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In a study of 4,000 pregnant women, fish accounted for only 7 percent of blood mercury levels. JackF/ hide caption

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That's how it's supposed to work. But for most new moms, breast-feeding doesn't come easily, a study finds. hide caption

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Does a glass or two of wine during pregnancy really increase the child's health risks? Epigenetics may help scientists figure that out. Katherine Streeter for NPR hide caption

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Pregnant doctors are less likely than other women to deliver their babies via C-section, recent research suggests. Economists say that may be because the physician patients feel more empowered to question the obstetrician. hide caption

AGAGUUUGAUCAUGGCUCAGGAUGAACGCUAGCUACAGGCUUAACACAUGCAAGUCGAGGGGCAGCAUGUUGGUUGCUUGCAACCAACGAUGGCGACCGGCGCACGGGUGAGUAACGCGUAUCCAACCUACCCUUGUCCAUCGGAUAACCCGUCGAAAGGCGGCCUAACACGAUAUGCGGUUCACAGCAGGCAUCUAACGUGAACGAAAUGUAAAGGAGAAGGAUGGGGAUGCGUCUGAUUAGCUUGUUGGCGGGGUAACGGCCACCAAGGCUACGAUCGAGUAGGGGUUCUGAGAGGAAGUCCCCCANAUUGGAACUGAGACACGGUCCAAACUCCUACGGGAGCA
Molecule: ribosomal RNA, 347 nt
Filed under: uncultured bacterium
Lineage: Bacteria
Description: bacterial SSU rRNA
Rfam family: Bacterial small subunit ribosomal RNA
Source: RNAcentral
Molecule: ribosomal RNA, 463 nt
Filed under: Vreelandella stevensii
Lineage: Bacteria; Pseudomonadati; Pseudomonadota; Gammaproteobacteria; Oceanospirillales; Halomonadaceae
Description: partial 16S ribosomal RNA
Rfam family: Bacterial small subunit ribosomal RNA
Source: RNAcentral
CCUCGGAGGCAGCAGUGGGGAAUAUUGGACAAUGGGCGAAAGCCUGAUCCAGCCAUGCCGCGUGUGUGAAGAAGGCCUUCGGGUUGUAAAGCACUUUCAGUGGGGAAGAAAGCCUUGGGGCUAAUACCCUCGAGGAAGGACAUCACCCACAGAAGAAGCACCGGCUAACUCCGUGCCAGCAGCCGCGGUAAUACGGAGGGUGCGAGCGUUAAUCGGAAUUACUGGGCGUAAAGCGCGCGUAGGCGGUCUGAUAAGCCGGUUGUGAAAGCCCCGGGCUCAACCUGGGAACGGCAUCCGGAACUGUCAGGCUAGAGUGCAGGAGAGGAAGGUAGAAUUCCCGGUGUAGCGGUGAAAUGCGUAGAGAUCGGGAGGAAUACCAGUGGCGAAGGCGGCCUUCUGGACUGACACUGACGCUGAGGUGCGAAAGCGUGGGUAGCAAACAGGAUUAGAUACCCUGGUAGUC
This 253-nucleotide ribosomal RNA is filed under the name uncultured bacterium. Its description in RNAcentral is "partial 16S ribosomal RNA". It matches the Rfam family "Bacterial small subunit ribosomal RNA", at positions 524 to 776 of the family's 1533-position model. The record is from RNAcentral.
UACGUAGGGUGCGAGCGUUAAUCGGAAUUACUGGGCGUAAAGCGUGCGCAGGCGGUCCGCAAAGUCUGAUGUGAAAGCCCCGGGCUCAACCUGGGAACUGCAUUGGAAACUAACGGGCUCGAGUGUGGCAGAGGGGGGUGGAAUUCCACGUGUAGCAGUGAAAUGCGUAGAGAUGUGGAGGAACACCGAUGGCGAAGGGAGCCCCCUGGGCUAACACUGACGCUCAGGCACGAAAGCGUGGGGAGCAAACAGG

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A midwife holds a newborn at Rabia Balkhi Women's Hospital in Kabul, Afghanistan. Jonathan Saruk/International Medical Corps hide caption

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The baby's going to be fine, but what about your pocketbook? hide caption

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Doctors use tissue slides like this one of the ovary's outer cortex to confirm a woman's ovarian reserve. It's also the the ovary tissue that's removed in an ovarian transplant. Courtesy of the Infertility Center of St. Louis hide caption

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By sequencing a newborn's genome, doctors could screen for more genetic conditions. But parents could be confronted with confusing or ambiguous data about their baby's health. hide caption

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